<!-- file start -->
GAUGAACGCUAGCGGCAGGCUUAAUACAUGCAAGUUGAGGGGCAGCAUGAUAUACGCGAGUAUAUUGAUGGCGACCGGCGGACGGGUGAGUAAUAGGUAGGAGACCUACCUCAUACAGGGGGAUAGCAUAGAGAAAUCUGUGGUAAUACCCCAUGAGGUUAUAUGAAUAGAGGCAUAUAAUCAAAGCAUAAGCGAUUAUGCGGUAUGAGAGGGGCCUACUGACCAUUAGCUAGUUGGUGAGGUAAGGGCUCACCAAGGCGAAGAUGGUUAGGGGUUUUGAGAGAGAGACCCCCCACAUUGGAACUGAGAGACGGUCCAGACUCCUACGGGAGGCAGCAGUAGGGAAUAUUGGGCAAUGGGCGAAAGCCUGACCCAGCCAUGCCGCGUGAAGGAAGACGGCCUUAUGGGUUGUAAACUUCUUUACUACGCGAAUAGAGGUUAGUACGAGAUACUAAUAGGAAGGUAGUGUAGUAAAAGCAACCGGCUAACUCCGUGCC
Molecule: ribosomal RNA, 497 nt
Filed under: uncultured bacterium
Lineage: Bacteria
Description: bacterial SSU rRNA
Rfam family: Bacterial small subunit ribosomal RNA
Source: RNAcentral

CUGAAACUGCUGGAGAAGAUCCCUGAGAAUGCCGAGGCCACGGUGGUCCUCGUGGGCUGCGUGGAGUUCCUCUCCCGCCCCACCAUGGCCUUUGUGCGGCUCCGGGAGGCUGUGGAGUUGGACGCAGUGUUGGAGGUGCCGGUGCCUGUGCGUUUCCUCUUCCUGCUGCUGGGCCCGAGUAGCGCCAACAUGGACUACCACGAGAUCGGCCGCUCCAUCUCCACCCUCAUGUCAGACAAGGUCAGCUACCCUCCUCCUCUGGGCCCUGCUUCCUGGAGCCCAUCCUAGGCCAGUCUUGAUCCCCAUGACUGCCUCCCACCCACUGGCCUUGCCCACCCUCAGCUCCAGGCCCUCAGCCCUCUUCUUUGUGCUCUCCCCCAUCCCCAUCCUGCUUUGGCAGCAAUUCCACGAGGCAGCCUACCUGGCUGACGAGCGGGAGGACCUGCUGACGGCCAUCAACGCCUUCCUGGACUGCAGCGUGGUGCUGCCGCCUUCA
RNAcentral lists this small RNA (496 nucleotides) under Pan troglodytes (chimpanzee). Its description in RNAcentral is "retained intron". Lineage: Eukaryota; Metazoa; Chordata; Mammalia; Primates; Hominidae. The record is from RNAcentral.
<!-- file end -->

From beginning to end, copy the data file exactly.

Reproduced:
GAUGAACGCUAGCGGCAGGCUUAAUACAUGCAAGUUGAGGGGCAGCAUGAUAUACGCGAGUAUAUUGAUGGCGACCGGCGGACGGGUGAGUAAUAGGUAGGAGACCUACCUCAUACAGGGGGAUAGCAUAGAGAAAUCUGUGGUAAUACCCCAUGAGGUUAUAUGAAUAGAGGCAUAUAAUCAAAGCAUAAGCGAUUAUGCGGUAUGAGAGGGGCCUACUGACCAUUAGCUAGUUGGUGAGGUAAGGGCUCACCAAGGCGAAGAUGGUUAGGGGUUUUGAGAGAGAGACCCCCCACAUUGGAACUGAGAGACGGUCCAGACUCCUACGGGAGGCAGCAGUAGGGAAUAUUGGGCAAUGGGCGAAAGCCUGACCCAGCCAUGCCGCGUGAAGGAAGACGGCCUUAUGGGUUGUAAACUUCUUUACUACGCGAAUAGAGGUUAGUACGAGAUACUAAUAGGAAGGUAGUGUAGUAAAAGCAACCGGCUAACUCCGUGCC
Molecule: ribosomal RNA, 497 nt
Filed under: uncultured bacterium
Lineage: Bacteria
Description: bacterial SSU rRNA
Rfam family: Bacterial small subunit ribosomal RNA
Source: RNAcentral

CUGAAACUGCUGGAGAAGAUCCCUGAGAAUGCCGAGGCCACGGUGGUCCUCGUGGGCUGCGUGGAGUUCCUCUCCCGCCCCACCAUGGCCUUUGUGCGGCUCCGGGAGGCUGUGGAGUUGGACGCAGUGUUGGAGGUGCCGGUGCCUGUGCGUUUCCUCUUCCUGCUGCUGGGCCCGAGUAGCGCCAACAUGGACUACCACGAGAUCGGCCGCUCCAUCUCCACCCUCAUGUCAGACAAGGUCAGCUACCCUCCUCCUCUGGGCCCUGCUUCCUGGAGCCCAUCCUAGGCCAGUCUUGAUCCCCAUGACUGCCUCCCACCCACUGGCCUUGCCCACCCUCAGCUCCAGGCCCUCAGCCCUCUUCUUUGUGCUCUCCCCCAUCCCCAUCCUGCUUUGGCAGCAAUUCCACGAGGCAGCCUACCUGGCUGACGAGCGGGAGGACCUGCUGACGGCCAUCAACGCCUUCCUGGACUGCAGCGUGGUGCUGCCGCCUUCA
RNAcentral lists this small RNA (496 nucleotides) under Pan troglodytes (chimpanzee). Its description in RNAcentral is "retained intron". Lineage: Eukaryota; Metazoa; Chordata; Mammalia; Primates; Hominidae. The record is from RNAcentral.